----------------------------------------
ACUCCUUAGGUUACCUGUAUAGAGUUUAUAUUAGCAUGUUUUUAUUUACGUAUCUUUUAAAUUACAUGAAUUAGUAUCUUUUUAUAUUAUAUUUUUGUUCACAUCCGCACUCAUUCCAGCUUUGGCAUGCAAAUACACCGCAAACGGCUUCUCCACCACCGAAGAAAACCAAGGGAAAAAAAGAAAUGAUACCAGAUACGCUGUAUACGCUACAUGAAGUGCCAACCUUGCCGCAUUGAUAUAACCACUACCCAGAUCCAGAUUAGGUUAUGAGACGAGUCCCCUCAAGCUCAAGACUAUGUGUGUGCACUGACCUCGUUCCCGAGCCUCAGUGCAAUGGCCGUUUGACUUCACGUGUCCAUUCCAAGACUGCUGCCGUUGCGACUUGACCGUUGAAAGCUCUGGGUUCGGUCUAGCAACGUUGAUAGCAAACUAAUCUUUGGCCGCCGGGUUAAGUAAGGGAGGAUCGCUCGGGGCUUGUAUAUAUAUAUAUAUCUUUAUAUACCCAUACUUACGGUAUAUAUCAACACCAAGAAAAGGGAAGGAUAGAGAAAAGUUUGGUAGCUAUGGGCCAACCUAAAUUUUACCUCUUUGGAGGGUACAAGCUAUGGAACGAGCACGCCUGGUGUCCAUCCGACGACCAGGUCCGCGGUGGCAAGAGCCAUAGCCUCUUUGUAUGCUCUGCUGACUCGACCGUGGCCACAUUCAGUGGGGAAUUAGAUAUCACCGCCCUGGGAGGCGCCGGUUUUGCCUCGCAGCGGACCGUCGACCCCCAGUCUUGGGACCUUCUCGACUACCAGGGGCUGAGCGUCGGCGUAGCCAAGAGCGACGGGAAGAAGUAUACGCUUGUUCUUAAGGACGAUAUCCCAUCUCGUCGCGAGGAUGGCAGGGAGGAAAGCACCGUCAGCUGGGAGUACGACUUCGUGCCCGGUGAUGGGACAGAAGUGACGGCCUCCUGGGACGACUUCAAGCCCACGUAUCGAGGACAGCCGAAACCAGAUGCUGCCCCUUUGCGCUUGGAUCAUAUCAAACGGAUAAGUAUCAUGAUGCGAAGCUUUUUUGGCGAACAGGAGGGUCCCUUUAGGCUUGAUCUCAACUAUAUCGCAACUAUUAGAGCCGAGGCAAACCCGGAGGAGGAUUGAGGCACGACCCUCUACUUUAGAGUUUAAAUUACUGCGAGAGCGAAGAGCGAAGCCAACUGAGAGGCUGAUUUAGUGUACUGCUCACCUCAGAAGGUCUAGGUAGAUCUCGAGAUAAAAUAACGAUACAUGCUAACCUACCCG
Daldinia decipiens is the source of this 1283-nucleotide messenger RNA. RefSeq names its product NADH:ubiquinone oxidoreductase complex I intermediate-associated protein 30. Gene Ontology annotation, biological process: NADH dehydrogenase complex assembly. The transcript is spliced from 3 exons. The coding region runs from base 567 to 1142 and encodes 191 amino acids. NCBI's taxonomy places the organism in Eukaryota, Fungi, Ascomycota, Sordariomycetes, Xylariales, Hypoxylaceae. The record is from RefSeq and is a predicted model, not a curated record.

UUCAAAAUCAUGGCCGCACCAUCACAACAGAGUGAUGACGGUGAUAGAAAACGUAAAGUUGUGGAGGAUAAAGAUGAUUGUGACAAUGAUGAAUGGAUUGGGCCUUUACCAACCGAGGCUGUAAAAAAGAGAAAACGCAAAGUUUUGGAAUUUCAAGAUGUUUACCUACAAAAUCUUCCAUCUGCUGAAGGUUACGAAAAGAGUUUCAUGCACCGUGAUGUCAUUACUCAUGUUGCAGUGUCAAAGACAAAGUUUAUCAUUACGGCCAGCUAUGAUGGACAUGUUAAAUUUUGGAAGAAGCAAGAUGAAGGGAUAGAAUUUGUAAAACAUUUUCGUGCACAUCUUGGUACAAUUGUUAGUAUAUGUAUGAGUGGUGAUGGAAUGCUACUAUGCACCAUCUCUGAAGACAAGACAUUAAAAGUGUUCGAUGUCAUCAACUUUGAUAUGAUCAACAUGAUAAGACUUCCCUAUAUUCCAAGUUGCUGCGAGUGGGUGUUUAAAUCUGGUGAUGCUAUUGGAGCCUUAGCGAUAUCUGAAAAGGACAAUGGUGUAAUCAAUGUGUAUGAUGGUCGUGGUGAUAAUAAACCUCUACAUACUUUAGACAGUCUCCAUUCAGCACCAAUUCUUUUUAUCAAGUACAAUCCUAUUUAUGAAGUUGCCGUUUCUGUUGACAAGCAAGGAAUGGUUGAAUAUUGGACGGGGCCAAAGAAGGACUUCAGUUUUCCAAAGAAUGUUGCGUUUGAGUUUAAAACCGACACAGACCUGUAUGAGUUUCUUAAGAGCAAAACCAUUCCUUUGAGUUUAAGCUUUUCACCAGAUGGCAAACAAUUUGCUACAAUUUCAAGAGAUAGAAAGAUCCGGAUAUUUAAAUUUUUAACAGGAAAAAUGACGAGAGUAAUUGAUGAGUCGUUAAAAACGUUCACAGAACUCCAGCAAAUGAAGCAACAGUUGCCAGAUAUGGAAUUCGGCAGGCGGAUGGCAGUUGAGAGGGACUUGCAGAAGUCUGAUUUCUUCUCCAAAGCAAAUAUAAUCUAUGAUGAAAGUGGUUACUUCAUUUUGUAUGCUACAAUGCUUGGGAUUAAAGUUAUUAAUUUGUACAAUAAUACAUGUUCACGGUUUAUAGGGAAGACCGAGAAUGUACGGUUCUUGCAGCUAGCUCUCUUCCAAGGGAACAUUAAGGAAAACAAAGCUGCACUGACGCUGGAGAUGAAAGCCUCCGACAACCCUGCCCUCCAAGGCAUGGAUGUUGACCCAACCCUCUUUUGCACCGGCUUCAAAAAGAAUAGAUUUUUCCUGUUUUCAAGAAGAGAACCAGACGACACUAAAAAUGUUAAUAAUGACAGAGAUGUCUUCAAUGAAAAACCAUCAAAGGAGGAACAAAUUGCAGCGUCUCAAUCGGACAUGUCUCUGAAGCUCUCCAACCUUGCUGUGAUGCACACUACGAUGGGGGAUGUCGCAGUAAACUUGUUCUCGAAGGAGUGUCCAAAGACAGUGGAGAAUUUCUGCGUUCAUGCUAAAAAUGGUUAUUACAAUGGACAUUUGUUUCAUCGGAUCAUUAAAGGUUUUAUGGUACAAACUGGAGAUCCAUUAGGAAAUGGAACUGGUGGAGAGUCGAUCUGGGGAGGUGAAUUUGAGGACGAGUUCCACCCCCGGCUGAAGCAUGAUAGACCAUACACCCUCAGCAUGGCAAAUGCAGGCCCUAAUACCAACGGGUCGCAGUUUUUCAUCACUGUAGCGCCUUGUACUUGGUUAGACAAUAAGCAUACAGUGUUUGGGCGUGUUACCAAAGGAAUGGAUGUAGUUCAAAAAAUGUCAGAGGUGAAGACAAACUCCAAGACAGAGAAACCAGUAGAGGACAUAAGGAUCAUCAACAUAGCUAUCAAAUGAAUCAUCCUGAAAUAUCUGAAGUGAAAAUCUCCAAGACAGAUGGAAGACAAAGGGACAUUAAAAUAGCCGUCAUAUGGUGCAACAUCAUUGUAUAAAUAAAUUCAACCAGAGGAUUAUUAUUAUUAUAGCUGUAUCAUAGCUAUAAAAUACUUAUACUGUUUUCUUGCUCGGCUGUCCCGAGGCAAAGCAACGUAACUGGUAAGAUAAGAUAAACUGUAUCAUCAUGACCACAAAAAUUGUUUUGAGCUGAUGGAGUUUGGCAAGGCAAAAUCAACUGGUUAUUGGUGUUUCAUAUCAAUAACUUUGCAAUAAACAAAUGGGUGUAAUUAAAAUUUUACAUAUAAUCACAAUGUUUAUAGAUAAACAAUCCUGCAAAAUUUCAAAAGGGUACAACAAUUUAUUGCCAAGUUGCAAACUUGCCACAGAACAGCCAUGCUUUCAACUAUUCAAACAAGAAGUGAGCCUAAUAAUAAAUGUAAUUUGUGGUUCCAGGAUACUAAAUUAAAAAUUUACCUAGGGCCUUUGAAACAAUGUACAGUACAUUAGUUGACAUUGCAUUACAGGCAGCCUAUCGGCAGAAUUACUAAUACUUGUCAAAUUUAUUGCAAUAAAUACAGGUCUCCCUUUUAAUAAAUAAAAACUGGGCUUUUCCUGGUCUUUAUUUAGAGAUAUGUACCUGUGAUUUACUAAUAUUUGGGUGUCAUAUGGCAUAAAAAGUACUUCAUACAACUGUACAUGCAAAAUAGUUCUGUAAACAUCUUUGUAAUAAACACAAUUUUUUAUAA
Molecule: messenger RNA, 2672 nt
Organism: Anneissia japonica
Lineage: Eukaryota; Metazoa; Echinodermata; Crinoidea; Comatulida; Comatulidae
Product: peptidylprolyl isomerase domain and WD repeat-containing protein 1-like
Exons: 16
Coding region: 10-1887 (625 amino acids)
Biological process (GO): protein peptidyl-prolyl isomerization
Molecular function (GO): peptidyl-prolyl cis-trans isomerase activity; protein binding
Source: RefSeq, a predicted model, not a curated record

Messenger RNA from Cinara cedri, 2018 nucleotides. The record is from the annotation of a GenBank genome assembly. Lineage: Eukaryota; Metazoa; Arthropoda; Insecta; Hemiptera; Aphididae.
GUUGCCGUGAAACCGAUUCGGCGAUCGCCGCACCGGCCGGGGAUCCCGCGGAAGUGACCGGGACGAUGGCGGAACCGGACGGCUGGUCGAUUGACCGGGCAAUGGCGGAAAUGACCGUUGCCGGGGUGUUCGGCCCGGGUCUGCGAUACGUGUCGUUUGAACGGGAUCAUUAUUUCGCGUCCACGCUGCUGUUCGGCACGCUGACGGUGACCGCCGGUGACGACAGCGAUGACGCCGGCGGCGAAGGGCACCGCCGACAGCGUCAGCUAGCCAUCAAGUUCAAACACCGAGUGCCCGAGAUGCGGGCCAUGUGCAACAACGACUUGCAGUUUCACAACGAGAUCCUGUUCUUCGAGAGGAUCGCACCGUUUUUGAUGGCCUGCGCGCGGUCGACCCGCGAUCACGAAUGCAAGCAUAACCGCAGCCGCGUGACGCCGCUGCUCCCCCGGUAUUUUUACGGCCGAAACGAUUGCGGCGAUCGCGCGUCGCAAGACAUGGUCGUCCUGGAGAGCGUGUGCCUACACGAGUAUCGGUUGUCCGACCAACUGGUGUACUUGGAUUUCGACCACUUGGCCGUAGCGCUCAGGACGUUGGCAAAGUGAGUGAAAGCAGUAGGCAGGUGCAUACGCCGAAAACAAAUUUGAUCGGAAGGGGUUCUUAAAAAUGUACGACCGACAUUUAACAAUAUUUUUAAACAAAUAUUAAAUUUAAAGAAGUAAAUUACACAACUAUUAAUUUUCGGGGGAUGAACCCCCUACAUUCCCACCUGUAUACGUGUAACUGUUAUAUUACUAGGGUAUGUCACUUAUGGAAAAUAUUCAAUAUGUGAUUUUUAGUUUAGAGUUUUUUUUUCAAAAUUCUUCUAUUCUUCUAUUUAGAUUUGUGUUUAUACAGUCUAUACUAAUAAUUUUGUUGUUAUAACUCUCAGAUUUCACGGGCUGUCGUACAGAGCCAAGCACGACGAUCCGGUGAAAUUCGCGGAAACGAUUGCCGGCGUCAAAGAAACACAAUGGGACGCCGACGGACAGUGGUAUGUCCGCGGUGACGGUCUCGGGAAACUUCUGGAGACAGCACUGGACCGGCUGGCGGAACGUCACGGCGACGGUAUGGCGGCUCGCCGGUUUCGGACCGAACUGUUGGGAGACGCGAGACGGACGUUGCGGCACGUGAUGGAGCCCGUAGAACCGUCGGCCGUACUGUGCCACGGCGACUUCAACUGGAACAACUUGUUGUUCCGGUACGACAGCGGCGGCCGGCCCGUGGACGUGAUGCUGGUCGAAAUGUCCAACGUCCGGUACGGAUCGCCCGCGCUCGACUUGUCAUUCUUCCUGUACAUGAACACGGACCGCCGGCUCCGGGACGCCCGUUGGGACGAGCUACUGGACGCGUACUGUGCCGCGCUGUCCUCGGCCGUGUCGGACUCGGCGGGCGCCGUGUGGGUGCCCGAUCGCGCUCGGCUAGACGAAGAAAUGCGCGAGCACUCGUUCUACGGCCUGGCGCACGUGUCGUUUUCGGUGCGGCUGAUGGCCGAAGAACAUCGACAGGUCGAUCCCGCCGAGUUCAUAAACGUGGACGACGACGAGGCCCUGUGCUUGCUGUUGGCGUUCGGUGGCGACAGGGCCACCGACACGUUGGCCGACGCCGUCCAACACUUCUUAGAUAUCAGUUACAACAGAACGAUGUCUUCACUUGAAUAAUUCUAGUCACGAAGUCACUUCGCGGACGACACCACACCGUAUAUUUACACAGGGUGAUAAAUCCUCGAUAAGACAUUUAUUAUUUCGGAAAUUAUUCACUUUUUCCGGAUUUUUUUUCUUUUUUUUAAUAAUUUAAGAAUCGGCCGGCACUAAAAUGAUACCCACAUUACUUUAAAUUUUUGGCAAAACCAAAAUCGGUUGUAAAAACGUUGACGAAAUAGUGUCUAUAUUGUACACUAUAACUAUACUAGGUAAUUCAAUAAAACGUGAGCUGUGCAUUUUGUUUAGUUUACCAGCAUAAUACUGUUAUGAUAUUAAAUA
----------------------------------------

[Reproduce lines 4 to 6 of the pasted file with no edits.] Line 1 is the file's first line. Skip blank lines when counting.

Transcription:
Molecule: messenger RNA, 2672 nt
Organism: Anneissia japonica
Lineage: Eukaryota; Metazoa; Echinodermata; Crinoidea; Comatulida; Comatulidae